1. I think Stacy has hit the nail on the head when she says that much of the resistance comes from parents themselves. Many parents have great fear about what their children will be able to access on the web and an event greater fear about how much they as parents don’t know about how to use all this new technology. Maybe part of that 18 K should go toward parent education classes to make parents information literate. It seems to me that only when administrators, teachers, and parents get on the same page about how much access is appropriate for a school learning environment, will there be success in offering substantial access to students while still being able to assure administrators and parents alike that such access is being used responsibly and for educational purposes by students and teachers alike.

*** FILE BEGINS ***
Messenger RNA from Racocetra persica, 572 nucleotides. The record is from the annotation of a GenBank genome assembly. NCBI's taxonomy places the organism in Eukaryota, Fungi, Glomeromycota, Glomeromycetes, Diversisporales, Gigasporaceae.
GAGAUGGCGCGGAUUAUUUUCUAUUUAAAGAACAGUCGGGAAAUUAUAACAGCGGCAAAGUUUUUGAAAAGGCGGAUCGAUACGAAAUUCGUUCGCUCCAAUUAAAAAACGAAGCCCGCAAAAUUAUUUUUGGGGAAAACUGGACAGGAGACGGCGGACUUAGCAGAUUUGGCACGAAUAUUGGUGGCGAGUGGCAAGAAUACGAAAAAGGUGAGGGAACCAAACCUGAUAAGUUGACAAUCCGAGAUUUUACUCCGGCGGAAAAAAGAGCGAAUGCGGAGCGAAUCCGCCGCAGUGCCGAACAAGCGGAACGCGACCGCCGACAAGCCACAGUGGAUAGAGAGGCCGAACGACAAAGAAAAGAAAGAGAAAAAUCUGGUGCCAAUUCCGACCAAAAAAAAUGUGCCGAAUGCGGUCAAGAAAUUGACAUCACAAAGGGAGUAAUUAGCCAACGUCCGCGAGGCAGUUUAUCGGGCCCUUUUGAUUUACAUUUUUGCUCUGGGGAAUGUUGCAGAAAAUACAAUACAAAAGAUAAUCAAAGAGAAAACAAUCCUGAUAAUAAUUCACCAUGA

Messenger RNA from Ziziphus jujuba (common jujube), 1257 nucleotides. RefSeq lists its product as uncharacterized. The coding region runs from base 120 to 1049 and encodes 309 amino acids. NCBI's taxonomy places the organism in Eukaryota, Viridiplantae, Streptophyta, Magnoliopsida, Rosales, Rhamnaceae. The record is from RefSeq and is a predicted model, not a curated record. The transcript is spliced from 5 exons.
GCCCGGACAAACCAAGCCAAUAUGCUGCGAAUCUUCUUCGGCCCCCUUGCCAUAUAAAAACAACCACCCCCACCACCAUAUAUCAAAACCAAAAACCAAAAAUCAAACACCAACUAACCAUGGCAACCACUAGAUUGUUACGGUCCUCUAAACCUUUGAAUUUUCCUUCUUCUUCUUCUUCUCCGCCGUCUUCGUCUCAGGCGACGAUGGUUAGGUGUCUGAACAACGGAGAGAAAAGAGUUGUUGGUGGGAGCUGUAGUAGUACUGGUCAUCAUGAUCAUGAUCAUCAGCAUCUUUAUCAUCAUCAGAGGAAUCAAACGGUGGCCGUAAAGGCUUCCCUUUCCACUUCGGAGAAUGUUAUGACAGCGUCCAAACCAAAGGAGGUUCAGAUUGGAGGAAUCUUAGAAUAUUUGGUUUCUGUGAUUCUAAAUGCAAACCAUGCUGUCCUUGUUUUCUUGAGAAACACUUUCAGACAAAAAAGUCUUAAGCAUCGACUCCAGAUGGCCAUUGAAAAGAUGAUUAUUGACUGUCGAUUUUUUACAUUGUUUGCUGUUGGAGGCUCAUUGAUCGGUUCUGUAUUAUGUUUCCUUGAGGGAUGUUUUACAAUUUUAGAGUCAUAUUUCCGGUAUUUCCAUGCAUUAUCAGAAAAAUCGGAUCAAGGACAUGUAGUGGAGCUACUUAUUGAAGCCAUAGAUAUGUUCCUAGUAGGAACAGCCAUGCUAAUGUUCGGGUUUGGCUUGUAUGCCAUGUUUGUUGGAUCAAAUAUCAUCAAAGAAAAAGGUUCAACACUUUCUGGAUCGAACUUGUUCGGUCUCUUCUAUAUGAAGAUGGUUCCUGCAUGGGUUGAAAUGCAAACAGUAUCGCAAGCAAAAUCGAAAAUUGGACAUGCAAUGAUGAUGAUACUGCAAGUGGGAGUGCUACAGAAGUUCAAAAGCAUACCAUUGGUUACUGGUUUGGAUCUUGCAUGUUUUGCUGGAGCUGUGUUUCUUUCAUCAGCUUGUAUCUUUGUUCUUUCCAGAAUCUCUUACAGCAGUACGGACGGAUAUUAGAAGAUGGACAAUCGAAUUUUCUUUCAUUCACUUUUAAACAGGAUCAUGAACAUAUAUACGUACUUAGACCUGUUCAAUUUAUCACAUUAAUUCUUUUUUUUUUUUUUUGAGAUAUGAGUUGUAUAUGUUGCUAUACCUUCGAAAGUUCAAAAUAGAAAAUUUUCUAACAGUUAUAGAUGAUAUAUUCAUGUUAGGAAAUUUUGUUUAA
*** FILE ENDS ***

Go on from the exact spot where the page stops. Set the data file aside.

3. Is it possible to look to universities / colleges as a starting point to answer this question? NYU is a huge university, and they seem to have done this with very few glitches. Of course I understand that most school districts don’t have the financial resources that a school like NYU has, but perhaps something can be learned. The network is open to all students, regardless of device, but with legal agreements. I know every time I sign onto the NYU wi-fi that I am responsible for my use, and that NYU cannot be held liable. However, I am an adult; not sure how to circumvent the issue for children. I do think it is worth thinking about — if universities can do this on a large-scale, it must be possible to open the network for schools on a smaller scale, with some restrictions.